One morning about three weeks ago, at 5:45 a.m., the robocallers came for me. My cellphone rang. And rang. It hasn’t stopped.
The calls claim to come from all over the world. Sometimes they ring once, and stop. Sometimes twice. Rarely more than that. If I answer, I am sometimes told I owe money to the Internal Revenue Service but, more often, I hear gibberish, noises that sound vaguely French — but also sound like what a 10-year-old says when they are trying to pretend they are speaking French. Sometimes the calls are from Belarus. Or Slovenia. Or Uganda. Last week, an “unknown caller” got me twice while I was on another line talking to experts on robocalls. The next day, 14 calls by 10 a.m. — this time from Morocco.
A query on Facebook showed I wasn’t alone. “Minsk and Bosnia,” wrote a high school friend within seconds of my initial post. “Always Chinese ones for me,” a sometime editor chimed in. My younger son receives urgent calls from someone claiming to be the Social Security Administration — which he doesn’t take seriously, since he’s only 15. When I told my hairdresser about all this, she told me about a client who received 45 robocalls between 2 a.m. and 7 a.m. one day last week. YouMail, a voice-mail provider that also offers a blocking service, says Americans will receive somewhere between 60 billion and 75 billion such calls this year — double the amount we received just two years ago.
The Do Not Call Registry of blessed memory was supposed to solve such problems. And it did — for a time. But within less than 10 years of the law’s passage in 2003, technological advances that allowed scammers to place thousands upon thousands of calls from abroad for mere pennies (if that), rendering the list, well, not quite obsolete, but certainly less than helpful. Sure, the list still exists and the federal government issues fines to violators — the few they can catch, that is. But how do you fine someone who sets up shop in Burundi — if that’s even where they really set up shop? It’s possible that’s a spoofed number, too.
And there’s another problem, as well. It’s the calls that are legal — calls that are separate from spam calls. Debt collectors, in particular, like to place automated calls to people they believe owe them money. As Margot Saunders, a senior counsel at the National Consumer Law Center puts it, “The industry really wants to make these calls.” When the Federal Communications Commission issued a rule during the Obama administration that put further restraints on its ability to do that, the ACA International — the lobbying arm of the debt-collection industry — took them to court, and got it overturned last year. The Trump-era FCC doesn’t appear to be in a hurry to issue new regulations such as one demanding that telecommunications companies implement more robust anti-spoofing technology, which could help alleviate the spam calls. Instead, the FCC is simply asking the phone companies to help consumers out, pretty please.
This leaves consumers in a not-great position. (Saunders, for example, is tortured by one robocaller claiming her son skipped out on his student loan. He didn’t. Someone else with the same name apparently did, but the loan servicer in question refuses to back down.) It also brings me back to those calls from abroad. What are they? Good question! My own company, Verizon, told me when I asked about the problem, “We have not seen an uptick in calls from overseas,” which might explain why their robocall technology, for which I am paying $2.99 a month, isn’t helping much with my problem. (Verizon will also begin to offer a free version of the call-blocking technology by the end of this month.)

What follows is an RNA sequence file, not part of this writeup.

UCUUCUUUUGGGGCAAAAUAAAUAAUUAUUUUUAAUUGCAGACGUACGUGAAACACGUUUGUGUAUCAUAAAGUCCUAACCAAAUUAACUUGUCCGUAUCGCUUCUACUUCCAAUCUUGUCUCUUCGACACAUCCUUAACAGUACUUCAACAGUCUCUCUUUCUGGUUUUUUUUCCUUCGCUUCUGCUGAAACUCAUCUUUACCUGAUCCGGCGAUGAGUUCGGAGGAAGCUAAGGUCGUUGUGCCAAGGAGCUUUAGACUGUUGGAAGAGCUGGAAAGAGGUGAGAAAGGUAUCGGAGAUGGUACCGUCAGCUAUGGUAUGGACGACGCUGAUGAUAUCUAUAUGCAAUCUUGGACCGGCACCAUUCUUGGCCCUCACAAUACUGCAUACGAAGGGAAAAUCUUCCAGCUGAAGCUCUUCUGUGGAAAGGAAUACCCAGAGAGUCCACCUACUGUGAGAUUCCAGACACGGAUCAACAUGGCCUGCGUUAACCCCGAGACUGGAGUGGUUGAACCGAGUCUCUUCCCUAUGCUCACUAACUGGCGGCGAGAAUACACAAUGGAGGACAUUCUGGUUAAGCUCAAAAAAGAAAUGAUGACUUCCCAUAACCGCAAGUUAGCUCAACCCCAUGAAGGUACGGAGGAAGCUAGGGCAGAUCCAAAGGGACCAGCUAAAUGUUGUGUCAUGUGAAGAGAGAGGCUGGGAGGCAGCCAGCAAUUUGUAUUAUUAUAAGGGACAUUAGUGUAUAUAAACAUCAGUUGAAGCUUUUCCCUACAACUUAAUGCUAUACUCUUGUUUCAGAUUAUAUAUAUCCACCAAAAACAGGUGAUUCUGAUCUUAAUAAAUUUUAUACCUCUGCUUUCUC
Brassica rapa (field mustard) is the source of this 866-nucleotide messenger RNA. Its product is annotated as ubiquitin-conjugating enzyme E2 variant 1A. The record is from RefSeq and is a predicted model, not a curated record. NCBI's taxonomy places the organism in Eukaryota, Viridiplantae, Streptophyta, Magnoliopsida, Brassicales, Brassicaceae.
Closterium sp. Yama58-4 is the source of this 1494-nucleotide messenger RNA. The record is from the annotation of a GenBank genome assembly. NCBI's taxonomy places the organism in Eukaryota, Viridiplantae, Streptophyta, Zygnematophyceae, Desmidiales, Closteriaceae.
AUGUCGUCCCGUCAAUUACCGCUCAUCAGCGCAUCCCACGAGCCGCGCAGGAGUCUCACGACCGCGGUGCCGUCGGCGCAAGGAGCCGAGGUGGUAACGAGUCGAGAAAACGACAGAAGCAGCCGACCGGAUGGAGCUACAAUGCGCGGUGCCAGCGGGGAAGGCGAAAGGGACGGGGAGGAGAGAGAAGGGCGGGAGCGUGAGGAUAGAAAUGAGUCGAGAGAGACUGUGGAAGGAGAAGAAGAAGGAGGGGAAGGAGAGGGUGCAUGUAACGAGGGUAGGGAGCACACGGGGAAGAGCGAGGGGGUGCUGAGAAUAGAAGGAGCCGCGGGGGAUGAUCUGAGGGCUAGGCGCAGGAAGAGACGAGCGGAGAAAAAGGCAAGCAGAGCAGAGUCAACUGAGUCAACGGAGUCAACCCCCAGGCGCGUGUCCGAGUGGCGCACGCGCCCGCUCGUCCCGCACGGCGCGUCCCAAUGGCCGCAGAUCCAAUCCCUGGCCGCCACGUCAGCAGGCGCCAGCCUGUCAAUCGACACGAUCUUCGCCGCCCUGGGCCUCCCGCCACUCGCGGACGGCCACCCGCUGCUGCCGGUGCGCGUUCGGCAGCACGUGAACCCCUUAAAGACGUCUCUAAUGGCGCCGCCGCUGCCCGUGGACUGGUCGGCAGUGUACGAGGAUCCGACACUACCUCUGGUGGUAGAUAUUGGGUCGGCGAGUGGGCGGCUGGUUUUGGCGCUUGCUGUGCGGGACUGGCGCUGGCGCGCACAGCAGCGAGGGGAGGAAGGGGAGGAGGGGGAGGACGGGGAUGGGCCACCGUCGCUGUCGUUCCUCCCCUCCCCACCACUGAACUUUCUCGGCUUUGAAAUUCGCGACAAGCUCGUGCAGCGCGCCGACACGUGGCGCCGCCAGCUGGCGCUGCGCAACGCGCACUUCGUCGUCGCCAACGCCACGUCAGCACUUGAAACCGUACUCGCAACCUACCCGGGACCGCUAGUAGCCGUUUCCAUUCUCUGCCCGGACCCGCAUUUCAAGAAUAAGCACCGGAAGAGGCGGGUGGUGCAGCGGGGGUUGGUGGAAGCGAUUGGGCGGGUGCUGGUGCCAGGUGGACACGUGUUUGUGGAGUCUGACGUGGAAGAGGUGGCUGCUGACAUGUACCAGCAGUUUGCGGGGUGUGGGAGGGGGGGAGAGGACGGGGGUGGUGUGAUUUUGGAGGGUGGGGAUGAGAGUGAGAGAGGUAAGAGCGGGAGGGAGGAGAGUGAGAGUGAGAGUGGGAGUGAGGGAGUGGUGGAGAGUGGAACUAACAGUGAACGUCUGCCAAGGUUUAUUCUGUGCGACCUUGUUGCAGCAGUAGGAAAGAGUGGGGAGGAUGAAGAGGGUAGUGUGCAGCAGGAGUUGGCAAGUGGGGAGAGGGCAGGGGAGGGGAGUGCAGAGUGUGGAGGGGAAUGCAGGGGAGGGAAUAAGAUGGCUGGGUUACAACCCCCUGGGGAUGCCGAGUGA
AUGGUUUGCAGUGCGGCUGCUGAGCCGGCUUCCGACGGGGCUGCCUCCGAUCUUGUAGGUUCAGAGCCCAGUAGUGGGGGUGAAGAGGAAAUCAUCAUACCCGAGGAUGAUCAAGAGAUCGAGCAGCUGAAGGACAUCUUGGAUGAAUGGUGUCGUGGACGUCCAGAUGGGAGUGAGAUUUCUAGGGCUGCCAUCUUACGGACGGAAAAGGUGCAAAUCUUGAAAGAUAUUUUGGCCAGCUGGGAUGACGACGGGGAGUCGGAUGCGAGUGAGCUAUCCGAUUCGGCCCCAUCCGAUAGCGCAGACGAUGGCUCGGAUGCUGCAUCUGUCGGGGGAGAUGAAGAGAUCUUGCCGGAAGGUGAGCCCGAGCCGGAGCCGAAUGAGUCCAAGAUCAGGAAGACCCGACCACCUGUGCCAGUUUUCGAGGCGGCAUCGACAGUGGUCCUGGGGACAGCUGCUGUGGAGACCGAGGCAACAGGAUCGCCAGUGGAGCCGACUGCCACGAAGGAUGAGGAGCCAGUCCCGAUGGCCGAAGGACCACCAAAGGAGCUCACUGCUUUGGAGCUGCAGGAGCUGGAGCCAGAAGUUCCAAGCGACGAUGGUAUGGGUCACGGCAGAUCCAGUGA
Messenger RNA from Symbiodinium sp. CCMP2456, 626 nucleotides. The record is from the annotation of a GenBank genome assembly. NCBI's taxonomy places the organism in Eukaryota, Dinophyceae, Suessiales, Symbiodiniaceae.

Experts they tell me these calls we’re receiving are a combination of different scams, and they might not all be coming from outside the country. There are out and out criminals, trying to scare you into thinking you owe the IRS money, or convince you that you’ve won some incredible prize as long as you wire money from your bank account right now!!! My faux-French call? Alex Quilici, the chief executive of YouMail, tells me that these calls sound like something called the wangiri scam. They are designed to make us call the number back — and that number is a premium one, one that the caller will be charged a high cost for doing. Quilici says a lot of people habitually call back missed calls without thinking. “Belarus may not be good for you, but somebody who lives in Coney Island who is from there or Russia may go, ‘Oh, something’s up. I’m gonna call them,” he said, adding that the calls are so cheap to make, it doesn’t take many people falling for the trick for the phone miscreants to make money.
So now you are wondering — why can’t Congress step in? Surely, we can’t let something as ridiculous as robocalls defeat us. Well, there is legislation. In the House, Rep. Frank Pallone Jr. (D-N.J.) reintroduced his Stopping Bad Robocalls Act, while in the Senate, there is a bipartisan bill from Sens. Edward J. Markey (D-Mass.) and John Thune (R-S.D.). The bills are different in their particulars, but they both require phone companies to authenticate the origins of the calls they put through to us. That technology is in existence — at least in part. But bills don’t just need to be introduced. They needs to be passed. In the meantime, phone companies need to be pressured to respond more urgently. As for ACA International, the debt-collection lobby, it says it has “serious problems” with Pallone’s bill and aren’t taking a position on the Senate initiative except to say that it has “urged the Senators to make distinctions between illegal actors and legitimate callers.”
So maybe something will happen. Or maybe not. But for now, my phone and yours will keep ringing. And ringing. And ringing . . .